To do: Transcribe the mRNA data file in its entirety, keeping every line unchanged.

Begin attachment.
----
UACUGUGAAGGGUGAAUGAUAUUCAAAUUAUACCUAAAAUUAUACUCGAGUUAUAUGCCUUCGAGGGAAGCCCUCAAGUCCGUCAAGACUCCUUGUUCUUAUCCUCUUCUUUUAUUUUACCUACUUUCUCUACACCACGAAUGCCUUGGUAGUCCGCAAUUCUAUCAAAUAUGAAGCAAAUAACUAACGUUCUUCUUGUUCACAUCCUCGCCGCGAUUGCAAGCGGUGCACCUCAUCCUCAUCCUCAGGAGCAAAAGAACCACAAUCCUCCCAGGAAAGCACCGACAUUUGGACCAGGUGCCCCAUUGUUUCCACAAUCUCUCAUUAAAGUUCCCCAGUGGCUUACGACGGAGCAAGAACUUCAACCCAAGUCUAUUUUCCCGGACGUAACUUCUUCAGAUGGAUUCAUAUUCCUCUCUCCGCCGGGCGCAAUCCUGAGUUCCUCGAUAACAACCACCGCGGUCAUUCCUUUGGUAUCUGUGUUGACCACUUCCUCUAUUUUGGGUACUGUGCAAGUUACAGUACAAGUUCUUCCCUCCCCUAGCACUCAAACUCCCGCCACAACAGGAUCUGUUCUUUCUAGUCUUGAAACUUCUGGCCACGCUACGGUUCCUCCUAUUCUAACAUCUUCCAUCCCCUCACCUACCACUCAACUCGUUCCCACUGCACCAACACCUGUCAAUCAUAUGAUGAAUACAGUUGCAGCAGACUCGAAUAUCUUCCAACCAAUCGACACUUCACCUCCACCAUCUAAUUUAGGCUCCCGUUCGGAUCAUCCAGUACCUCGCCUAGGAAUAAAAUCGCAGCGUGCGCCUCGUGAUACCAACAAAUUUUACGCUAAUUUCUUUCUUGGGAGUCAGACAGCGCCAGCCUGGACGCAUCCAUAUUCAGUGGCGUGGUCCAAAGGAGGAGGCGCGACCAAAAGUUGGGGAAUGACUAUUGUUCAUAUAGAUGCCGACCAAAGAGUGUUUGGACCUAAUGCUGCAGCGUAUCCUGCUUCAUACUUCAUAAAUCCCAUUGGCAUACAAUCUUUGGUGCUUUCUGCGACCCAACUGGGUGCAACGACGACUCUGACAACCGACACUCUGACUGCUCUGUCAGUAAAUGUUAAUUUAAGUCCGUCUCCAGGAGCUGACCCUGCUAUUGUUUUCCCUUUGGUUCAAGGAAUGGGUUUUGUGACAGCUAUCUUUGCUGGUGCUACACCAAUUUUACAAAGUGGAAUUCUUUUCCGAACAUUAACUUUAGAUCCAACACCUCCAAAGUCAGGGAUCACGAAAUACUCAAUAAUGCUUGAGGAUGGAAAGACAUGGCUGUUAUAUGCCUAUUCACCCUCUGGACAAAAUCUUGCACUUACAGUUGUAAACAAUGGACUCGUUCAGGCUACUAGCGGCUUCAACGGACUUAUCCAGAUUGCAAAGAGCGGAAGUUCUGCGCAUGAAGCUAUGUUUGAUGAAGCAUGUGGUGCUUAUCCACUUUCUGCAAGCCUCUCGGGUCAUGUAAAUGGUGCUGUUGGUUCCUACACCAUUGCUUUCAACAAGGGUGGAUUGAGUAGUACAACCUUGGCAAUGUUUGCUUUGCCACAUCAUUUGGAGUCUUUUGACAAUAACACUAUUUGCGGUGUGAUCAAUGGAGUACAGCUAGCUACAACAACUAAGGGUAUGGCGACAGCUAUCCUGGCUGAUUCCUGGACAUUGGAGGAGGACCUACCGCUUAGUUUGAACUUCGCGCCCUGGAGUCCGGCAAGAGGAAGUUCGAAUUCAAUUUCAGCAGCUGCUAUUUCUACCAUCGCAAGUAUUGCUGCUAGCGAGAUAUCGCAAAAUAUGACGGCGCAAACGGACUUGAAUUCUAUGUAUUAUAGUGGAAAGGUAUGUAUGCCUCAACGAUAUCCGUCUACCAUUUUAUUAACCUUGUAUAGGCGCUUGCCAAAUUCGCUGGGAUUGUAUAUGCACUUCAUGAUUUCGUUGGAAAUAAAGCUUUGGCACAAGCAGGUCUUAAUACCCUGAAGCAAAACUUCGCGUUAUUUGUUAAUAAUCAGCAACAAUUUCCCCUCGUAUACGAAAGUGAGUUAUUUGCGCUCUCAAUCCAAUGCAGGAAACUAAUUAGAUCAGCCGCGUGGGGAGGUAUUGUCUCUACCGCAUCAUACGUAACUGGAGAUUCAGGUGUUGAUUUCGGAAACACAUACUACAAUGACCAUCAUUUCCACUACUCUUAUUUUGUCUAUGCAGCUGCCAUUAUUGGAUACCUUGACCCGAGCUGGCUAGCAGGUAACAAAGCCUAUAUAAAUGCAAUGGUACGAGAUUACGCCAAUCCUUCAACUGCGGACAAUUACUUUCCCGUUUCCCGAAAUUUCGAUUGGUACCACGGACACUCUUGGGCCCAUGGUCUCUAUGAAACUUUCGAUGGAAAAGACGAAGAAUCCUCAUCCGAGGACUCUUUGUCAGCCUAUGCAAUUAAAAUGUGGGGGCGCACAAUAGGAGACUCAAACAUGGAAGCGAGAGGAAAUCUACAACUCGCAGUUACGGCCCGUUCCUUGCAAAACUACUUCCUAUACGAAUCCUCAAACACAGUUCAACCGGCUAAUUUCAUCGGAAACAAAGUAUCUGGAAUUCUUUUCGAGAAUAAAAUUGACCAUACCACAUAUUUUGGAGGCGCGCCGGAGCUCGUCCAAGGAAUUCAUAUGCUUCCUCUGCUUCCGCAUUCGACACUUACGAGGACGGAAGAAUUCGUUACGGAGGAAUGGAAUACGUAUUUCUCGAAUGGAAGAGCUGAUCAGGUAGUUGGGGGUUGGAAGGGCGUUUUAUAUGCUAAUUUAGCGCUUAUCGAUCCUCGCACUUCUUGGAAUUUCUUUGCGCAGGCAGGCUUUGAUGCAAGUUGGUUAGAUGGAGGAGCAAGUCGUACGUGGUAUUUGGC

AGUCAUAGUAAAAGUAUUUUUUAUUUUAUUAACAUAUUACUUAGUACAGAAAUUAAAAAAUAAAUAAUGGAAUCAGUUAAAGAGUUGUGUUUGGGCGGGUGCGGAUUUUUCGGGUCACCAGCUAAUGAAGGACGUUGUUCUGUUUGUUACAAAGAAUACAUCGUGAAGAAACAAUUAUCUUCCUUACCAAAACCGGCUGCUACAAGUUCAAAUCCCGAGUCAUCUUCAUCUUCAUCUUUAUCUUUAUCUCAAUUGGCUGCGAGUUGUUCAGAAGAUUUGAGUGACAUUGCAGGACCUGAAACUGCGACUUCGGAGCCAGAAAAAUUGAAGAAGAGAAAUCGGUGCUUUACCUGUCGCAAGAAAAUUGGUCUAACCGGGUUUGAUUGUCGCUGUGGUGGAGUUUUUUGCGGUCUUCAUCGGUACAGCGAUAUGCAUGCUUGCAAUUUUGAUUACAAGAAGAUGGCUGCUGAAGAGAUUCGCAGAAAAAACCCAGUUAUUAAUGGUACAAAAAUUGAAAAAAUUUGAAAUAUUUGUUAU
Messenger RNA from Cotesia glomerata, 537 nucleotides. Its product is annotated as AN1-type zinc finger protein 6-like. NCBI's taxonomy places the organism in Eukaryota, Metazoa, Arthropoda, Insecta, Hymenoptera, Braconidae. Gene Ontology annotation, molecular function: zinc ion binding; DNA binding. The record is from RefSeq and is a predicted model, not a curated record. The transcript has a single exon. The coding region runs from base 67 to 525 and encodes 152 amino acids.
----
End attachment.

UACUGUGAAGGGUGAAUGAUAUUCAAAUUAUACCUAAAAUUAUACUCGAGUUAUAUGCCUUCGAGGGAAGCCCUCAAGUCCGUCAAGACUCCUUGUUCUUAUCCUCUUCUUUUAUUUUACCUACUUUCUCUACACCACGAAUGCCUUGGUAGUCCGCAAUUCUAUCAAAUAUGAAGCAAAUAACUAACGUUCUUCUUGUUCACAUCCUCGCCGCGAUUGCAAGCGGUGCACCUCAUCCUCAUCCUCAGGAGCAAAAGAACCACAAUCCUCCCAGGAAAGCACCGACAUUUGGACCAGGUGCCCCAUUGUUUCCACAAUCUCUCAUUAAAGUUCCCCAGUGGCUUACGACGGAGCAAGAACUUCAACCCAAGUCUAUUUUCCCGGACGUAACUUCUUCAGAUGGAUUCAUAUUCCUCUCUCCGCCGGGCGCAAUCCUGAGUUCCUCGAUAACAACCACCGCGGUCAUUCCUUUGGUAUCUGUGUUGACCACUUCCUCUAUUUUGGGUACUGUGCAAGUUACAGUACAAGUUCUUCCCUCCCCUAGCACUCAAACUCCCGCCACAACAGGAUCUGUUCUUUCUAGUCUUGAAACUUCUGGCCACGCUACGGUUCCUCCUAUUCUAACAUCUUCCAUCCCCUCACCUACCACUCAACUCGUUCCCACUGCACCAACACCUGUCAAUCAUAUGAUGAAUACAGUUGCAGCAGACUCGAAUAUCUUCCAACCAAUCGACACUUCACCUCCACCAUCUAAUUUAGGCUCCCGUUCGGAUCAUCCAGUACCUCGCCUAGGAAUAAAAUCGCAGCGUGCGCCUCGUGAUACCAACAAAUUUUACGCUAAUUUCUUUCUUGGGAGUCAGACAGCGCCAGCCUGGACGCAUCCAUAUUCAGUGGCGUGGUCCAAAGGAGGAGGCGCGACCAAAAGUUGGGGAAUGACUAUUGUUCAUAUAGAUGCCGACCAAAGAGUGUUUGGACCUAAUGCUGCAGCGUAUCCUGCUUCAUACUUCAUAAAUCCCAUUGGCAUACAAUCUUUGGUGCUUUCUGCGACCCAACUGGGUGCAACGACGACUCUGACAACCGACACUCUGACUGCUCUGUCAGUAAAUGUUAAUUUAAGUCCGUCUCCAGGAGCUGACCCUGCUAUUGUUUUCCCUUUGGUUCAAGGAAUGGGUUUUGUGACAGCUAUCUUUGCUGGUGCUACACCAAUUUUACAAAGUGGAAUUCUUUUCCGAACAUUAACUUUAGAUCCAACACCUCCAAAGUCAGGGAUCACGAAAUACUCAAUAAUGCUUGAGGAUGGAAAGACAUGGCUGUUAUAUGCCUAUUCACCCUCUGGACAAAAUCUUGCACUUACAGUUGUAAACAAUGGACUCGUUCAGGCUACUAGCGGCUUCAACGGACUUAUCCAGAUUGCAAAGAGCGGAAGUUCUGCGCAUGAAGCUAUGUUUGAUGAAGCAUGUGGUGCUUAUCCACUUUCUGCAAGCCUCUCGGGUCAUGUAAAUGGUGCUGUUGGUUCCUACACCAUUGCUUUCAACAAGGGUGGAUUGAGUAGUACAACCUUGGCAAUGUUUGCUUUGCCACAUCAUUUGGAGUCUUUUGACAAUAACACUAUUUGCGGUGUGAUCAAUGGAGUACAGCUAGCUACAACAACUAAGGGUAUGGCGACAGCUAUCCUGGCUGAUUCCUGGACAUUGGAGGAGGACCUACCGCUUAGUUUGAACUUCGCGCCCUGGAGUCCGGCAAGAGGAAGUUCGAAUUCAAUUUCAGCAGCUGCUAUUUCUACCAUCGCAAGUAUUGCUGCUAGCGAGAUAUCGCAAAAUAUGACGGCGCAAACGGACUUGAAUUCUAUGUAUUAUAGUGGAAAGGUAUGUAUGCCUCAACGAUAUCCGUCUACCAUUUUAUUAACCUUGUAUAGGCGCUUGCCAAAUUCGCUGGGAUUGUAUAUGCACUUCAUGAUUUCGUUGGAAAUAAAGCUUUGGCACAAGCAGGUCUUAAUACCCUGAAGCAAAACUUCGCGUUAUUUGUUAAUAAUCAGCAACAAUUUCCCCUCGUAUACGAAAGUGAGUUAUUUGCGCUCUCAAUCCAAUGCAGGAAACUAAUUAGAUCAGCCGCGUGGGGAGGUAUUGUCUCUACCGCAUCAUACGUAACUGGAGAUUCAGGUGUUGAUUUCGGAAACACAUACUACAAUGACCAUCAUUUCCACUACUCUUAUUUUGUCUAUGCAGCUGCCAUUAUUGGAUACCUUGACCCGAGCUGGCUAGCAGGUAACAAAGCCUAUAUAAAUGCAAUGGUACGAGAUUACGCCAAUCCUUCAACUGCGGACAAUUACUUUCCCGUUUCCCGAAAUUUCGAUUGGUACCACGGACACUCUUGGGCCCAUGGUCUCUAUGAAACUUUCGAUGGAAAAGACGAAGAAUCCUCAUCCGAGGACUCUUUGUCAGCCUAUGCAAUUAAAAUGUGGGGGCGCACAAUAGGAGACUCAAACAUGGAAGCGAGAGGAAAUCUACAACUCGCAGUUACGGCCCGUUCCUUGCAAAACUACUUCCUAUACGAAUCCUCAAACACAGUUCAACCGGCUAAUUUCAUCGGAAACAAAGUAUCUGGAAUUCUUUUCGAGAAUAAAAUUGACCAUACCACAUAUUUUGGAGGCGCGCCGGAGCUCGUCCAAGGAAUUCAUAUGCUUCCUCUGCUUCCGCAUUCGACACUUACGAGGACGGAAGAAUUCGUUACGGAGGAAUGGAAUACGUAUUUCUCGAAUGGAAGAGCUGAUCAGGUAGUUGGGGGUUGGAAGGGCGUUUUAUAUGCUAAUUUAGCGCUUAUCGAUCCUCGCACUUCUUGGAAUUUCUUUGCGCAGGCAGGCUUUGAUGCAAGUUGGUUAGAUGGAGGAGCAAGUCGUACGUGGUAUUUGGC

AGUCAUAGUAAAAGUAUUUUUUAUUUUAUUAACAUAUUACUUAGUACAGAAAUUAAAAAAUAAAUAAUGGAAUCAGUUAAAGAGUUGUGUUUGGGCGGGUGCGGAUUUUUCGGGUCACCAGCUAAUGAAGGACGUUGUUCUGUUUGUUACAAAGAAUACAUCGUGAAGAAACAAUUAUCUUCCUUACCAAAACCGGCUGCUACAAGUUCAAAUCCCGAGUCAUCUUCAUCUUCAUCUUUAUCUUUAUCUCAAUUGGCUGCGAGUUGUUCAGAAGAUUUGAGUGACAUUGCAGGACCUGAAACUGCGACUUCGGAGCCAGAAAAAUUGAAGAAGAGAAAUCGGUGCUUUACCUGUCGCAAGAAAAUUGGUCUAACCGGGUUUGAUUGUCGCUGUGGUGGAGUUUUUUGCGGUCUUCAUCGGUACAGCGAUAUGCAUGCUUGCAAUUUUGAUUACAAGAAGAUGGCUGCUGAAGAGAUUCGCAGAAAAAACCCAGUUAUUAAUGGUACAAAAAUUGAAAAAAUUUGAAAUAUUUGUUAU
Messenger RNA from Cotesia glomerata, 537 nucleotides. Its product is annotated as AN1-type zinc finger protein 6-like. NCBI's taxonomy places the organism in Eukaryota, Metazoa, Arthropoda, Insecta, Hymenoptera, Braconidae. Gene Ontology annotation, molecular function: zinc ion binding; DNA binding. The record is from RefSeq and is a predicted model, not a curated record. The transcript has a single exon. The coding region runs from base 67 to 525 and encodes 152 amino acids.